By on January 6, 2010

black on black

We have so many facets of VW history to cover, and in the inimitable randomness that defines CC, we’ll do it non-linearly (except for Honda). But the Passat (and that’s what I’m going to mostly call it) plays a very pivotal one. It marks the beginning of VW’s successful entry into the modern world of light, roomy FWD cars, and it presaged the Golf, the mother of its category. But before we give VW too much (any) credit for this brilliant car, let’s not forget that the Passat was nothing but an Audi 80 (US: Fox) with a sloping hatchback rear end.

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Now that’s the car I would really like to be writing about, because in the early seventies, the Audi Fox/80 was perhaps the most influential and desirable compact car available in these parts. Its perfectly clean and uncluttered design was a profound contrast to the heavy baroque styling theme that hung over the seventies like an old wet shag carpet. But I have been unable to find a B1 Fox/80, although I know inevitably I will. In the meantime, let’s throw some of our Foxy adulation the Passat’s way.

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Before any VW/Audi historians in the cyber-house yell K 70!, we do need to acknowledge that VW began building and selling NSU’s FWD sedan in 1970, after VW’s takeover of NSU in 1969. We can’t do that interesting car full justice here, but let’s just say that it was typical of the very advanced yet compromised designs the smaller European companies. It was very roomy for its size, but it suffered from rather mediocre fuel consumption and performance, and it was expensive to build. It died after a few years, but gave VW the heart to jump into FWD with both feet.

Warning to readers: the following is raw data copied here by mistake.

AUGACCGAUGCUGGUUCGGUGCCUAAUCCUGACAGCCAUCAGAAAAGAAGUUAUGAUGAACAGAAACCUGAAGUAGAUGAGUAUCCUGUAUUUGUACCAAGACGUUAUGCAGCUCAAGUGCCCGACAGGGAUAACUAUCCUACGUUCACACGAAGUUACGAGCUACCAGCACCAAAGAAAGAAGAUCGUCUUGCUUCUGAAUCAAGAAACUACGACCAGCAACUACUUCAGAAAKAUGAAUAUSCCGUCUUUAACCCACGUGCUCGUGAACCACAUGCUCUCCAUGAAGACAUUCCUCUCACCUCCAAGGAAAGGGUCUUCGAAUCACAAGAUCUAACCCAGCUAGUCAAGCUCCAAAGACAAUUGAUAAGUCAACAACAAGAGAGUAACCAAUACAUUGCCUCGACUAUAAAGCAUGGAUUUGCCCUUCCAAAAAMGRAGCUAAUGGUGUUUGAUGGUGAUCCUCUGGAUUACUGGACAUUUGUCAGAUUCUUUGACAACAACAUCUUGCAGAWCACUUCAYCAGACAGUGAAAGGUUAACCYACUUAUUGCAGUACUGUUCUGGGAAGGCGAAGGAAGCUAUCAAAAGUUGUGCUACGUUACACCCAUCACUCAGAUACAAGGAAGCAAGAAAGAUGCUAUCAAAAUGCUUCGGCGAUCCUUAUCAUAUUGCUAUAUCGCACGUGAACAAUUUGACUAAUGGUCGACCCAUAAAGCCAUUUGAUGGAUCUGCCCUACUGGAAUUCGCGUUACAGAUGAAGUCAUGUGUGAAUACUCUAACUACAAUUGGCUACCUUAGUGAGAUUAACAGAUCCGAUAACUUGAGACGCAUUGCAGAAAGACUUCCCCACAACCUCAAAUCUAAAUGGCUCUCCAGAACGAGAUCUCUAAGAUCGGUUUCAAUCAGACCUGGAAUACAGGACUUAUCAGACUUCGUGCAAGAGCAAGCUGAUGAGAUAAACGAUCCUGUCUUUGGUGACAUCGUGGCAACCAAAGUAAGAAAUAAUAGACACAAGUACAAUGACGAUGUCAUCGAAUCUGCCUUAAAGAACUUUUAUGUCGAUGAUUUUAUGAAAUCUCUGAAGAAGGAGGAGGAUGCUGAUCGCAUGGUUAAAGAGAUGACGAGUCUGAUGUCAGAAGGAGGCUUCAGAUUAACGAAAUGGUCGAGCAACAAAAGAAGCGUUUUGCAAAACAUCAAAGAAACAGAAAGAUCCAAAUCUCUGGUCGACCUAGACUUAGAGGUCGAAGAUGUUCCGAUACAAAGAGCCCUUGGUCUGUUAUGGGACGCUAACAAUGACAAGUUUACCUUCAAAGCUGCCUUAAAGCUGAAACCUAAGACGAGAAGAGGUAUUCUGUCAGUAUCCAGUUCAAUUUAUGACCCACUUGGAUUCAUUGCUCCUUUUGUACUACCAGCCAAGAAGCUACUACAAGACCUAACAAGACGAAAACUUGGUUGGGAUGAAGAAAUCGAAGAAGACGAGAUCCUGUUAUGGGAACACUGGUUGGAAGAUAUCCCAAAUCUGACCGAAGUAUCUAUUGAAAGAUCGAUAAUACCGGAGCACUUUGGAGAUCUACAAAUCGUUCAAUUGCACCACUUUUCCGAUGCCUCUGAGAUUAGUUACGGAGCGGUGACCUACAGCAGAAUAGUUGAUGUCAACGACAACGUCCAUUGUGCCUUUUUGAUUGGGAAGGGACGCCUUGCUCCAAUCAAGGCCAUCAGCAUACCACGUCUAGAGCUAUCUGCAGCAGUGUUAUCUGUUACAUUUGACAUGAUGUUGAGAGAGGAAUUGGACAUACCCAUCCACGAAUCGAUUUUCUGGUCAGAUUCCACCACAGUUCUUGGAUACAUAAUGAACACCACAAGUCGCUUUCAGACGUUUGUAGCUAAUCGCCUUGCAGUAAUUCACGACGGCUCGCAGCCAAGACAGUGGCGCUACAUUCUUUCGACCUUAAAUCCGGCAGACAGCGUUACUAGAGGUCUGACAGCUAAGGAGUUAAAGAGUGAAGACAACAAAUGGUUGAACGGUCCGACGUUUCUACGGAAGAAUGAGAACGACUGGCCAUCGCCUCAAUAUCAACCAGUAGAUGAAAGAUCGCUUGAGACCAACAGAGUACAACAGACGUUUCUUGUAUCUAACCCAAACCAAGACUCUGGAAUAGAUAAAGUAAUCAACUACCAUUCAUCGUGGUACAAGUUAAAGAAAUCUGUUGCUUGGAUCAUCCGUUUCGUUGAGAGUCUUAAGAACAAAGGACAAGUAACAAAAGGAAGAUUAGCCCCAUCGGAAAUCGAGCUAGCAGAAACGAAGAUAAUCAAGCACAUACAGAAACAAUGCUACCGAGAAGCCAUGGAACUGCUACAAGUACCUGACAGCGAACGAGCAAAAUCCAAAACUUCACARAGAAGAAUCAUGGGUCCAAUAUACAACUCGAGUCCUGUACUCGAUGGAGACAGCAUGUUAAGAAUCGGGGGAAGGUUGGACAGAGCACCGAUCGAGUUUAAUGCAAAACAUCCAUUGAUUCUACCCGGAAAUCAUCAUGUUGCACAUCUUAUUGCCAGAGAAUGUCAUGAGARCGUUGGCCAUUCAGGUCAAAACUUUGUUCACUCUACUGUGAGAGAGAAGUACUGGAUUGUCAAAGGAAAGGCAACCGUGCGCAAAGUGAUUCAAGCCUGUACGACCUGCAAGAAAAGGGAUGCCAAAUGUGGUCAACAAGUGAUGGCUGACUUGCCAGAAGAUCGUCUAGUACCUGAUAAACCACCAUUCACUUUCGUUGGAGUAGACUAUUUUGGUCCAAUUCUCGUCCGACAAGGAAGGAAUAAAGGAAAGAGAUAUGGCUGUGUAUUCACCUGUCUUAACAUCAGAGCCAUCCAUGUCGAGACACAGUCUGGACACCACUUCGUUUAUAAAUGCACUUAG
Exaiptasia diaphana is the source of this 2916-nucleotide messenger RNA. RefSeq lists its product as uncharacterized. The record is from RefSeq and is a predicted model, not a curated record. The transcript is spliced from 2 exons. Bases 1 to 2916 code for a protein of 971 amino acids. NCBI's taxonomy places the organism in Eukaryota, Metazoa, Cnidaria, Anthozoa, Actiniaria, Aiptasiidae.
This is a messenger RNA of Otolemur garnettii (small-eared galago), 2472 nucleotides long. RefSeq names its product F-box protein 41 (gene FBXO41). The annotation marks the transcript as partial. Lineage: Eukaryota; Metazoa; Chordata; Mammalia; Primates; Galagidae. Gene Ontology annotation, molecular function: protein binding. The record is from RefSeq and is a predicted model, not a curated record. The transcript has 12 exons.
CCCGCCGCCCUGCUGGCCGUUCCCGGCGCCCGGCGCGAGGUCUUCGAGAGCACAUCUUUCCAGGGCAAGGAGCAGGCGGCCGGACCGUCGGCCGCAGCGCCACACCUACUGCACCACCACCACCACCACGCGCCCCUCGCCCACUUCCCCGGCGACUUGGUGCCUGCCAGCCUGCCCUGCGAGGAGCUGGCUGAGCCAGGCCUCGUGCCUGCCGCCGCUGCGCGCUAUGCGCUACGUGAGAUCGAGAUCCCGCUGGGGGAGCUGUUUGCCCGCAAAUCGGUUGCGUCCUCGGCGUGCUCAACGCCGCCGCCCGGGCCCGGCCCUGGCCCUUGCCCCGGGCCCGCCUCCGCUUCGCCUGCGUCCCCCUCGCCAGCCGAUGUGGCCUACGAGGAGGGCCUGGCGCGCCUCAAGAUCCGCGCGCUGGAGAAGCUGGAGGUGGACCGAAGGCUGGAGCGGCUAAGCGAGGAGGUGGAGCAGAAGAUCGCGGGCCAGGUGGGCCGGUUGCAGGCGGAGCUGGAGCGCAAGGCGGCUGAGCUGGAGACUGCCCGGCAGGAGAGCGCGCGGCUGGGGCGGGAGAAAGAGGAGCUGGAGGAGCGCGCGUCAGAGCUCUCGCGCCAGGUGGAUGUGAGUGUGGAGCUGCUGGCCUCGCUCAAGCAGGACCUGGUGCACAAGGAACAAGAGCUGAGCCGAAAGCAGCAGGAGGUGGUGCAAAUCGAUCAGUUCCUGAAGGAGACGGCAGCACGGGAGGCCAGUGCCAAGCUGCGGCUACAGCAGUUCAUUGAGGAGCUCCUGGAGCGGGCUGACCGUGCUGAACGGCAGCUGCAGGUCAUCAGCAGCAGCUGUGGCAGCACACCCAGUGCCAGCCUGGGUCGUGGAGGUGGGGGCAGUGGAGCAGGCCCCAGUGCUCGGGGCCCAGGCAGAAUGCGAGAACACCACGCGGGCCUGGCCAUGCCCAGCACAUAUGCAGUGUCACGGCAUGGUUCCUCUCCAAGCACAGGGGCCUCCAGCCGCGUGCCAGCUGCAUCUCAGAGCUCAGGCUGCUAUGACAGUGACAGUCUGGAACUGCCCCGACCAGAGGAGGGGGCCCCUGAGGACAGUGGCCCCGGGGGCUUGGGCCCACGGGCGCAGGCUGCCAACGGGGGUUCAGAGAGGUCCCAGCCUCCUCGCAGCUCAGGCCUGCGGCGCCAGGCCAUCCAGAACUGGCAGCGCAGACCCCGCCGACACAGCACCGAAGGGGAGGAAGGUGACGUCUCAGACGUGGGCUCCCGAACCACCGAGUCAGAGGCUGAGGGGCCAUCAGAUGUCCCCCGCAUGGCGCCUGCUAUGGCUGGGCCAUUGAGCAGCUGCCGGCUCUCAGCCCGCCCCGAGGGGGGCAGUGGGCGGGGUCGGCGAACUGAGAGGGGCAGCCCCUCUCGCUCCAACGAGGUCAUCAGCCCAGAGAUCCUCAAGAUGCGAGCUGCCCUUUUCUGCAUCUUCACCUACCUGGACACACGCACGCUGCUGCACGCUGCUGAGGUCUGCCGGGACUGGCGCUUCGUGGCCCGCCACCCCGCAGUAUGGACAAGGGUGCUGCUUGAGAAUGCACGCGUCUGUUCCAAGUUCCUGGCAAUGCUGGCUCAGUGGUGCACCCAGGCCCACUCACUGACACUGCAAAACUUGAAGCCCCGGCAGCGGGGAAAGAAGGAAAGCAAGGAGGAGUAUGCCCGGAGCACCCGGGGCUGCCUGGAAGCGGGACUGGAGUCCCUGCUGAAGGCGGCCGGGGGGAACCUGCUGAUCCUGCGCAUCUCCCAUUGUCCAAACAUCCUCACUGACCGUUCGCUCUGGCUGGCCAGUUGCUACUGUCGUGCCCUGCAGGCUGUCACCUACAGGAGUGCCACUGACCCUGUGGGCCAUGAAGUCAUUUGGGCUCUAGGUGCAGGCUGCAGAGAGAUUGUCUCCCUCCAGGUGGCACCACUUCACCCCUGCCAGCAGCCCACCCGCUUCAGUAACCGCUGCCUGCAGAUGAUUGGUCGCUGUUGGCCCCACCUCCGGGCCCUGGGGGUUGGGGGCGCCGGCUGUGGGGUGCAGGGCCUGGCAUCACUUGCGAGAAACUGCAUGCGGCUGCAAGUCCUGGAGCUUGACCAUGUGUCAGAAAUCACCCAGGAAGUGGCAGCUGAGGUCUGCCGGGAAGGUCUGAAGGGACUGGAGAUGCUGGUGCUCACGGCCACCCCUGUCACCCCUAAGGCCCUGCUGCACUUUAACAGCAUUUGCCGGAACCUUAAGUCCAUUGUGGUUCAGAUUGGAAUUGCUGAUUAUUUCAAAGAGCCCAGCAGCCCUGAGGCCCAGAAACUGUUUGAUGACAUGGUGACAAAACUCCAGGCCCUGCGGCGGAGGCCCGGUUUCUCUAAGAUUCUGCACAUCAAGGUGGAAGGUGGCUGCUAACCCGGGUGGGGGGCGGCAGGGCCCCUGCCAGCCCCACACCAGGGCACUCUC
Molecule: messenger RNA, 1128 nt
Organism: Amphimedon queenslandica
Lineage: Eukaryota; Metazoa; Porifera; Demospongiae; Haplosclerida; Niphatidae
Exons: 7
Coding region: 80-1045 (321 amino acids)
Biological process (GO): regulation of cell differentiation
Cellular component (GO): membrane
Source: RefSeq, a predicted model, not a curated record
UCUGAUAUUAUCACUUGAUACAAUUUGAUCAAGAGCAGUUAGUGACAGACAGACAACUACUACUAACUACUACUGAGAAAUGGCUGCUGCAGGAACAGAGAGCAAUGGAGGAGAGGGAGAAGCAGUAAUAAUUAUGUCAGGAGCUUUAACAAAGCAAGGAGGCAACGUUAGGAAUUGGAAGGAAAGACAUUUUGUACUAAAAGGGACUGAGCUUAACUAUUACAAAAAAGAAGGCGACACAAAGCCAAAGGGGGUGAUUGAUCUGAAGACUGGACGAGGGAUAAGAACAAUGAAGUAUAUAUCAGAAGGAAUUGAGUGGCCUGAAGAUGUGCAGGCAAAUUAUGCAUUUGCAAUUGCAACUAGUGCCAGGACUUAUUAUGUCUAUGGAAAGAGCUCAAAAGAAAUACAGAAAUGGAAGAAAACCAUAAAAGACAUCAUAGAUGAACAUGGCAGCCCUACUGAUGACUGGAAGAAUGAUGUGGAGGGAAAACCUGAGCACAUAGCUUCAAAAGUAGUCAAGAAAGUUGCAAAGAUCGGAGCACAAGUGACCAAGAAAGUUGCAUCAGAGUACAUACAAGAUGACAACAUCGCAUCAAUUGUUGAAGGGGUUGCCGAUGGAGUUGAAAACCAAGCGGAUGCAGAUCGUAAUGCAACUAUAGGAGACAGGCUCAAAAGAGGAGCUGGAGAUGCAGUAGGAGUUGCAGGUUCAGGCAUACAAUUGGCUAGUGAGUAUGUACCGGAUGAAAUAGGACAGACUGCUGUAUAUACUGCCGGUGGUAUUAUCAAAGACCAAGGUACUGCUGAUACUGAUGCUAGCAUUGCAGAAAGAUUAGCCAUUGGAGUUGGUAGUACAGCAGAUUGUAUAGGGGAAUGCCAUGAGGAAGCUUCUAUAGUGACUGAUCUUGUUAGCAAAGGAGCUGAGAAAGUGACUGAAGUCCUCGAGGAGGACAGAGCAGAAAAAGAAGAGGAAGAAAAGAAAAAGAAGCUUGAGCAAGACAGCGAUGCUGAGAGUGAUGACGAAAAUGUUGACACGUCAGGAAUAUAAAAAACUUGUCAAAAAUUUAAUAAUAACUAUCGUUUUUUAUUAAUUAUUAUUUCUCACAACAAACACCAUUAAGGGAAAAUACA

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The Audi 80 was a natural evolution of Audi’s existing range, the larger 100 and the older 90, and it used their well-proven longitudinal FWD arrangement, with the engine canted  a bit for a low hood line (the K70’s high hood due to its different engine-over-differential arrangement was one of its detriments). Audi designed the superbly compact and efficient 827 series engine that has powered a gazillion VW-family cars, and was also successfully converted to diesel as in this Dasher.

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The B1 80/Passat was nothing like its current successors today: it was a delicate, compact and very light (2400-2500 lb) car, yet remarkably roomy. It was efficient, well built, and best of all, fun to drive. It opened a huge number of eyes to what advanced design and engineering could do, especially compared to Detroit. Just think Pinto and Vega, if you want to compare this with what Detroit’s B&B came up with in terms of a modern small car.

The more I write about this Passat, the more I realize this CC should really have a “Revolutionary Car” or some such grandiose title. We’ll save it for that Fox I will find. Back to the Dasher at hand: This is a ’78 or later car, because it sports the modified front end; the earlier ones looked like this. Also, this Dasher is a diesel, which first came out in ’78 too. With 48 hp on tap, the zero to sixty (un)dash took almost twenty seconds. My sister had a diesel dasher Wagon, and she loved that car; getting mid-forties mpg during the second energy crisis was the cat’s meow.

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Non-diesel US Dashers shared engines with the Golf; using a 1.5 L 70/75 hp four, which was supplanted by the much more desirable fuel-injected 78 hp 1.6 after 1976. The FI 1.6 was a willing partner in the pursuit of Fahrvergnügen, as was the excellent steering, handling and brakes. The 1.6 B1 could give a heavier 98 hp BMW 320i a hell of a run for its money.